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Capone sings along with indie doc SONG SUNG BLUE!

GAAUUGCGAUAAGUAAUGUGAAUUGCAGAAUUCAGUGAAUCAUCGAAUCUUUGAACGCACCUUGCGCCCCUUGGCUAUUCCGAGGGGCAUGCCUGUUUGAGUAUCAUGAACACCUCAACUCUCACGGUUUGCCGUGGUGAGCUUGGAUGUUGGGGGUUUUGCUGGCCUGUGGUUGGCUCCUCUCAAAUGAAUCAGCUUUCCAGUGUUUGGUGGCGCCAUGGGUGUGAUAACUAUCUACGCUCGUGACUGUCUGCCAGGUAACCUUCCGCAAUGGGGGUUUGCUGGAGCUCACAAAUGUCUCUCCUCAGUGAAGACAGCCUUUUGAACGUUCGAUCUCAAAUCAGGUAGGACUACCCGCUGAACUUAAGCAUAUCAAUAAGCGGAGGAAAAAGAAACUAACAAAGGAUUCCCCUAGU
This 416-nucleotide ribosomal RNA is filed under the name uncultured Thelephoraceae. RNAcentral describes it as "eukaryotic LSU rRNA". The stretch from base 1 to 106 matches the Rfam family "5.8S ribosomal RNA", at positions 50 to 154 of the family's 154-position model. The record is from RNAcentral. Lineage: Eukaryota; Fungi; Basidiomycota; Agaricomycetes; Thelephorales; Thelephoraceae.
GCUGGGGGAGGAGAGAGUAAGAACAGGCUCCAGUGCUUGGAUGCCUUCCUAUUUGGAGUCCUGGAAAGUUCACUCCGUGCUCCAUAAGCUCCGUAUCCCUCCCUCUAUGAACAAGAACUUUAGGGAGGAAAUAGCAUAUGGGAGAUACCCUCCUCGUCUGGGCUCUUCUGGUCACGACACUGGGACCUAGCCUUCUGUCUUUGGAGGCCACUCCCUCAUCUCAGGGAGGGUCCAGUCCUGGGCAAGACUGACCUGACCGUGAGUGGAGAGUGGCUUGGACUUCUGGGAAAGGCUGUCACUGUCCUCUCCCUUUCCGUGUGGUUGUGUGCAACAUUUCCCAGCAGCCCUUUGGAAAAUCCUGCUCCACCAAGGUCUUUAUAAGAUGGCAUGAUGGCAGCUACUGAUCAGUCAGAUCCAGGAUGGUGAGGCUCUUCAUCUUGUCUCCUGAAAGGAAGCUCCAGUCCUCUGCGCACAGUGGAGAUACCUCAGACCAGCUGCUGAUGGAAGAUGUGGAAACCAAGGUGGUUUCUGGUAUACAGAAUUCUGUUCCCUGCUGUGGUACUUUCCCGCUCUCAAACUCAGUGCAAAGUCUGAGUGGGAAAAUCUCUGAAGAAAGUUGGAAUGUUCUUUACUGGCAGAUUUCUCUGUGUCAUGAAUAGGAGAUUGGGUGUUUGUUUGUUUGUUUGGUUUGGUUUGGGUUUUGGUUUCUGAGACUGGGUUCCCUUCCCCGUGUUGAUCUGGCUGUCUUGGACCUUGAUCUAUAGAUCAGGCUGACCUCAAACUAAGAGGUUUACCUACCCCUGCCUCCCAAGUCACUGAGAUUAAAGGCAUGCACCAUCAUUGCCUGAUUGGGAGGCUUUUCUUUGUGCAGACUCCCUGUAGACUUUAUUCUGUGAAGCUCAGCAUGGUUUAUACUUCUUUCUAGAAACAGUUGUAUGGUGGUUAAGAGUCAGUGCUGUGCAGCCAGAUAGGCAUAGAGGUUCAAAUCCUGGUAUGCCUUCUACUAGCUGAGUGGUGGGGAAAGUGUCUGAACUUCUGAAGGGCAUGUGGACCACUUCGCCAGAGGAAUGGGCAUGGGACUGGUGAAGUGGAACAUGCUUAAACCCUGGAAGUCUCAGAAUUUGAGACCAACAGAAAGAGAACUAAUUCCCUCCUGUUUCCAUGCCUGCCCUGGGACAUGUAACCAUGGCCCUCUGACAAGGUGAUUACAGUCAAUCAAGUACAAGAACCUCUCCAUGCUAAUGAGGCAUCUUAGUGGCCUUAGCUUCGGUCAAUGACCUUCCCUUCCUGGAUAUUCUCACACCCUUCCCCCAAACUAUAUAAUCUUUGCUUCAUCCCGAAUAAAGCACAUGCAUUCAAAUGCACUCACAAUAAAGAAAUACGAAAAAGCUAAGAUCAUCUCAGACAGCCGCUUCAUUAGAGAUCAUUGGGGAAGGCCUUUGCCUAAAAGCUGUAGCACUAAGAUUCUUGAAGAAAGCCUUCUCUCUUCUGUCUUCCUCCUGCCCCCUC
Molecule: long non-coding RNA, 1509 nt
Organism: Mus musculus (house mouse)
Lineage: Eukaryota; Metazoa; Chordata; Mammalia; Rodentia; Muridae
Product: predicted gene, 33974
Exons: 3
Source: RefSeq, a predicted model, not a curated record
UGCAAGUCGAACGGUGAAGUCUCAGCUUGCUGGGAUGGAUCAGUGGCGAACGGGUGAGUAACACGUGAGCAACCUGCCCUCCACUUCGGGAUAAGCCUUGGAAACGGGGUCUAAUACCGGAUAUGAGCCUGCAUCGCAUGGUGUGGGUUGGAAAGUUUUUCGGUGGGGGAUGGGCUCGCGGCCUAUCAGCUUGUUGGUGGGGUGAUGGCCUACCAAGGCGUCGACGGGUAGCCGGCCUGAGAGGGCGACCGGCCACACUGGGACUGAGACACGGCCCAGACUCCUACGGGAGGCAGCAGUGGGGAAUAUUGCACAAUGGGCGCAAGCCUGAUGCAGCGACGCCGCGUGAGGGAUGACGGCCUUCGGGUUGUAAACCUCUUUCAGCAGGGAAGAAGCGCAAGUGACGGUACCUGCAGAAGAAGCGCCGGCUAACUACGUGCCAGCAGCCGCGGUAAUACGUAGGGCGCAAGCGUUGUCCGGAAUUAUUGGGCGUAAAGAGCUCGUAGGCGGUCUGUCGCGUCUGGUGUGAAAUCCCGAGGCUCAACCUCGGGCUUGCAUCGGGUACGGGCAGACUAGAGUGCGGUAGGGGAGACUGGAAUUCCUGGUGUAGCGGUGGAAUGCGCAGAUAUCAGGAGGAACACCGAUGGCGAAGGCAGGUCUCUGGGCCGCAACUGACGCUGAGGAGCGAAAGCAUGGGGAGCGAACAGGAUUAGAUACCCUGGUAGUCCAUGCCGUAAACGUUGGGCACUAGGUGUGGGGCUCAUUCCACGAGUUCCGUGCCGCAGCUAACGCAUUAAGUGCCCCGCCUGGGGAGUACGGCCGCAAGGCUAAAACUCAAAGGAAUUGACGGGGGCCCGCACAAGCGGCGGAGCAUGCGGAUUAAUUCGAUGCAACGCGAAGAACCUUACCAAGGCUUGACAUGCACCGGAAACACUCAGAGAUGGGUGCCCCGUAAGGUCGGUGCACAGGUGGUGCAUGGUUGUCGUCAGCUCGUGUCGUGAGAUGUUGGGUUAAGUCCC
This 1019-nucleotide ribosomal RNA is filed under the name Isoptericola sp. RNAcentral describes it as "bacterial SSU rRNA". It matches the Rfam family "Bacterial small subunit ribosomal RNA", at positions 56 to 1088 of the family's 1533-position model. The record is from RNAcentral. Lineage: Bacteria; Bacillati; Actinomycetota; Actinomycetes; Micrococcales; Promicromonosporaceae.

Hey everyone. Capone in Chicago here. By sheer coincidence, I wrote reviews of two documentaries in the same day, the subjects of which I saw at two separate Pearl Jam concerts. One film, BODY OF WAR, is opening slowly across the country right now; the subject is a young Iraq veteran who appeared on stage with Pearl Jam at last year's Lollapalooza, which I attended. The subjects of the other film, SONG SUNG BLUE, are of an entirely different variety. In the summer of 1995, I saw one of my first Pearl Jam shows at Milwaukee Summerfest. For the first encore, Eddie Vedder brought out a husband-and-wife team knows as Lightning & Thunder, a local Neil Diamond tribute act that was playing in front of the largest crowd of their entire career. The pair (plus Vedder) sang a rousing rendition of "Forever In Blue Jeans" that I eventually got a bootleg of, one that I still play frequently just to listen to how excited the two were on stage. Every so often, I'd spot the group's name in the listings for Chicago concerts, and they seemed to eek out a good living playing small clubs around the Midwest. Imagine my surprise when an email drops in my box a couple weeks ago from Greg Kohs, the director of SONG SUNG BLUE, a documentary about Lightning & Thunder. This man had no idea that I saw them perform at the high point of their career some 13 years ago, but when I heard the film was about this remarkable team, I said "Send me a copy of that movie NOW!" I had to see whatever become of this little piece of music history. SONG SUNG BLUE tells the story of the dynamic duo's rise and fall and rise and fall. Their story is perhaps not unusual for some working-class folks from Milwaukee, but for Mike and Claire Sardina, there was a time when Lightning & Thunder were one of the biggest acts in the area, playing state fairs, clubs, and other high-profile gigs (including that Pearl Jam appearance) throughout the 1990s. SONG SUNG BLUE isn't a movie about the job of being in a tribute band; that film has been done before. No, this movie is about this couple and their two kids (actually Claire's kids from a previous marriage) going through some of the worst times a family can go through and still coming out hopeful and full of dreams. You can choose to look at SONG SUNG BLUE as the ultimate American tragedy or the classic American success story. I see it as prime examples of both. Some of what impacts the Lightning & Thunder story is totally out of their control (a car that hits Claire while she's gardening in her front lawn); while certain failures are of their own doing (their non-stop smoking leads to major health issues). But every triumph is one of their own making, gotten through hard work and never giving up on their dreams. And for some strange, unknown reason, not only did they allow cameras into their lives to document their story, but they have home movies of some of their darkest hours. It's sometimes too painful to watch, let alone contemplate their losses. I absolutely live to discover films like this, ones that present us with this small sliver of life that so perfectly exemplifies the parts of us that cling to a moment in our lives when we were on top, whether it be your time on a sports team in high school, or when you met someone famous, or when you were interviewed on TV or for the local paper. We all have those moments we look back on during our darkest days to inspire us and strive to achieve some of that glory one more time. Often times, people never get to relive or recapture those moments, but sometimes you get pretty damn close. SONG SUNG BLUE is about almost reaching that place one last time, and realizing that getting close is sometimes exactly what you need. But the film is also a touching love story between Lightning and Thunder, a coupling that is as volatile as it is inspiring. SONG SUNG BLUE is just starting to make the festival circuit as it probably will for the better part of the year. If you're in a city with a decent festival for docs, start lobbying to get this film to play in your town. I'm just here to put a bug in your ear and tell you to keep an eye out for this remarkable little movie that is equal parts celebration and cautionary tale. The film ends with the gift of a guitar from an unlikely and unexpected source, and the keepsake illustrates what the film stands is all about and it's a beautiful tribute to two bizarre and lovely people. Seek this one out in your corner of the world. Capone

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